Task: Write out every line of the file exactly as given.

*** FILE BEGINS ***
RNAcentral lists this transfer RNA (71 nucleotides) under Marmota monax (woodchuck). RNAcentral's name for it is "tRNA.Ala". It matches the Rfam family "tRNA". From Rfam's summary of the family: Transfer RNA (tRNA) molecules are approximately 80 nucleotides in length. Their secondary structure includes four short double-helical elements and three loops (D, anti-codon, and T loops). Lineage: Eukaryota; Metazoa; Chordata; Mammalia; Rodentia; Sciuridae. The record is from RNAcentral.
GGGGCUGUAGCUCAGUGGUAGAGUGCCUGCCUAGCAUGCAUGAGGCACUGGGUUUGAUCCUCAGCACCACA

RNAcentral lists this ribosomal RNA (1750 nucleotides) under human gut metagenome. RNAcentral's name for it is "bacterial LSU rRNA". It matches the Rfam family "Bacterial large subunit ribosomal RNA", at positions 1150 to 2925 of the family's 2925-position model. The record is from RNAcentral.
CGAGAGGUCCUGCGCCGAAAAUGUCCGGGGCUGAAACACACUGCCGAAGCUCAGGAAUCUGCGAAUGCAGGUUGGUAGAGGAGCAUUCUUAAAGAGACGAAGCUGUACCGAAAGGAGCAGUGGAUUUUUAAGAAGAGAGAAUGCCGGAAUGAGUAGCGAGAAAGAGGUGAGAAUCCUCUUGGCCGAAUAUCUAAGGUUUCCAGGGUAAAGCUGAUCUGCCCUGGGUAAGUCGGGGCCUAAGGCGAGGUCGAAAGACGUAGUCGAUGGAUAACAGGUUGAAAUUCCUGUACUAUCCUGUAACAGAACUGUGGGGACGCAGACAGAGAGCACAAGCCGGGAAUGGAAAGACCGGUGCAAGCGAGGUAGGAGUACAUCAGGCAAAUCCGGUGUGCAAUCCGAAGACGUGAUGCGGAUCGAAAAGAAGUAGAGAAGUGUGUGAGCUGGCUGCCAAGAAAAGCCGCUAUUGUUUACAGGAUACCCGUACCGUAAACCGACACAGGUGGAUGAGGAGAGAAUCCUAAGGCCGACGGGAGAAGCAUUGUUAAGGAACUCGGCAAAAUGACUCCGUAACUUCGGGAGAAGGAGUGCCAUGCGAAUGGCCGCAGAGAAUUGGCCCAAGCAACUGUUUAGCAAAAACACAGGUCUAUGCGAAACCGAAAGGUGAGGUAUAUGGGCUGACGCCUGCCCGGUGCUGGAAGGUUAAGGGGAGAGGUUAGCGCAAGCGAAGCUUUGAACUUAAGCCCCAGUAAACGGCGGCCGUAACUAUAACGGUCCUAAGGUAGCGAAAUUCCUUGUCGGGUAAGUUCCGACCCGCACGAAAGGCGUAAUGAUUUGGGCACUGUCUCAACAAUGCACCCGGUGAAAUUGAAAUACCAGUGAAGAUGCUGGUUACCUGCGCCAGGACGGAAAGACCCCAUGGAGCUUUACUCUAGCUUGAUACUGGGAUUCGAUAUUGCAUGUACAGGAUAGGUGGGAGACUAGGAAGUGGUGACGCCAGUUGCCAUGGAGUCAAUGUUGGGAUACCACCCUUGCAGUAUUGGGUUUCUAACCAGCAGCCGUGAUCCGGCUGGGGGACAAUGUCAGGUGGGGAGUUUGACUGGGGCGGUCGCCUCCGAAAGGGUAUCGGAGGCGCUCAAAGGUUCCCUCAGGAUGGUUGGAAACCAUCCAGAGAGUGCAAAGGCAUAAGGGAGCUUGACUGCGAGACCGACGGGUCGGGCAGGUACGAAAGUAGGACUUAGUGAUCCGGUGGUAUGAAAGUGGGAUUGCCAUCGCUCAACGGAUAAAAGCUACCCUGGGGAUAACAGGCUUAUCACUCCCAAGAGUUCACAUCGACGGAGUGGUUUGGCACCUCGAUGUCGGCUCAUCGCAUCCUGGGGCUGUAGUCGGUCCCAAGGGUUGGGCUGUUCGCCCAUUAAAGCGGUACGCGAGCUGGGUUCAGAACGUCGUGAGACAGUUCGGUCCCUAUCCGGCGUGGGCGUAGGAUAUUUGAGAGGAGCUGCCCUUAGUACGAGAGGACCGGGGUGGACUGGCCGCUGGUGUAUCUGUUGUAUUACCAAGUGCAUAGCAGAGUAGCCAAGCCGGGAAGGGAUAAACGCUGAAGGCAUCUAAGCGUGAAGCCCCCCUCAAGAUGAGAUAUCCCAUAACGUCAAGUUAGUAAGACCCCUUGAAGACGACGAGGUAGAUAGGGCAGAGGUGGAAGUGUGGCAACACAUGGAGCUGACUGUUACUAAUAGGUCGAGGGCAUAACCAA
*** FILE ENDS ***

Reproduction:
RNAcentral lists this transfer RNA (71 nucleotides) under Marmota monax (woodchuck). RNAcentral's name for it is "tRNA.Ala". It matches the Rfam family "tRNA". From Rfam's summary of the family: Transfer RNA (tRNA) molecules are approximately 80 nucleotides in length. Their secondary structure includes four short double-helical elements and three loops (D, anti-codon, and T loops). Lineage: Eukaryota; Metazoa; Chordata; Mammalia; Rodentia; Sciuridae. The record is from RNAcentral.
GGGGCUGUAGCUCAGUGGUAGAGUGCCUGCCUAGCAUGCAUGAGGCACUGGGUUUGAUCCUCAGCACCACA

RNAcentral lists this ribosomal RNA (1750 nucleotides) under human gut metagenome. RNAcentral's name for it is "bacterial LSU rRNA". It matches the Rfam family "Bacterial large subunit ribosomal RNA", at positions 1150 to 2925 of the family's 2925-position model. The record is from RNAcentral.
CGAGAGGUCCUGCGCCGAAAAUGUCCGGGGCUGAAACACACUGCCGAAGCUCAGGAAUCUGCGAAUGCAGGUUGGUAGAGGAGCAUUCUUAAAGAGACGAAGCUGUACCGAAAGGAGCAGUGGAUUUUUAAGAAGAGAGAAUGCCGGAAUGAGUAGCGAGAAAGAGGUGAGAAUCCUCUUGGCCGAAUAUCUAAGGUUUCCAGGGUAAAGCUGAUCUGCCCUGGGUAAGUCGGGGCCUAAGGCGAGGUCGAAAGACGUAGUCGAUGGAUAACAGGUUGAAAUUCCUGUACUAUCCUGUAACAGAACUGUGGGGACGCAGACAGAGAGCACAAGCCGGGAAUGGAAAGACCGGUGCAAGCGAGGUAGGAGUACAUCAGGCAAAUCCGGUGUGCAAUCCGAAGACGUGAUGCGGAUCGAAAAGAAGUAGAGAAGUGUGUGAGCUGGCUGCCAAGAAAAGCCGCUAUUGUUUACAGGAUACCCGUACCGUAAACCGACACAGGUGGAUGAGGAGAGAAUCCUAAGGCCGACGGGAGAAGCAUUGUUAAGGAACUCGGCAAAAUGACUCCGUAACUUCGGGAGAAGGAGUGCCAUGCGAAUGGCCGCAGAGAAUUGGCCCAAGCAACUGUUUAGCAAAAACACAGGUCUAUGCGAAACCGAAAGGUGAGGUAUAUGGGCUGACGCCUGCCCGGUGCUGGAAGGUUAAGGGGAGAGGUUAGCGCAAGCGAAGCUUUGAACUUAAGCCCCAGUAAACGGCGGCCGUAACUAUAACGGUCCUAAGGUAGCGAAAUUCCUUGUCGGGUAAGUUCCGACCCGCACGAAAGGCGUAAUGAUUUGGGCACUGUCUCAACAAUGCACCCGGUGAAAUUGAAAUACCAGUGAAGAUGCUGGUUACCUGCGCCAGGACGGAAAGACCCCAUGGAGCUUUACUCUAGCUUGAUACUGGGAUUCGAUAUUGCAUGUACAGGAUAGGUGGGAGACUAGGAAGUGGUGACGCCAGUUGCCAUGGAGUCAAUGUUGGGAUACCACCCUUGCAGUAUUGGGUUUCUAACCAGCAGCCGUGAUCCGGCUGGGGGACAAUGUCAGGUGGGGAGUUUGACUGGGGCGGUCGCCUCCGAAAGGGUAUCGGAGGCGCUCAAAGGUUCCCUCAGGAUGGUUGGAAACCAUCCAGAGAGUGCAAAGGCAUAAGGGAGCUUGACUGCGAGACCGACGGGUCGGGCAGGUACGAAAGUAGGACUUAGUGAUCCGGUGGUAUGAAAGUGGGAUUGCCAUCGCUCAACGGAUAAAAGCUACCCUGGGGAUAACAGGCUUAUCACUCCCAAGAGUUCACAUCGACGGAGUGGUUUGGCACCUCGAUGUCGGCUCAUCGCAUCCUGGGGCUGUAGUCGGUCCCAAGGGUUGGGCUGUUCGCCCAUUAAAGCGGUACGCGAGCUGGGUUCAGAACGUCGUGAGACAGUUCGGUCCCUAUCCGGCGUGGGCGUAGGAUAUUUGAGAGGAGCUGCCCUUAGUACGAGAGGACCGGGGUGGACUGGCCGCUGGUGUAUCUGUUGUAUUACCAAGUGCAUAGCAGAGUAGCCAAGCCGGGAAGGGAUAAACGCUGAAGGCAUCUAAGCGUGAAGCCCCCCUCAAGAUGAGAUAUCCCAUAACGUCAAGUUAGUAAGACCCCUUGAAGACGACGAGGUAGAUAGGGCAGAGGUGGAAGUGUGGCAACACAUGGAGCUGACUGUUACUAAUAGGUCGAGGGCAUAACCAA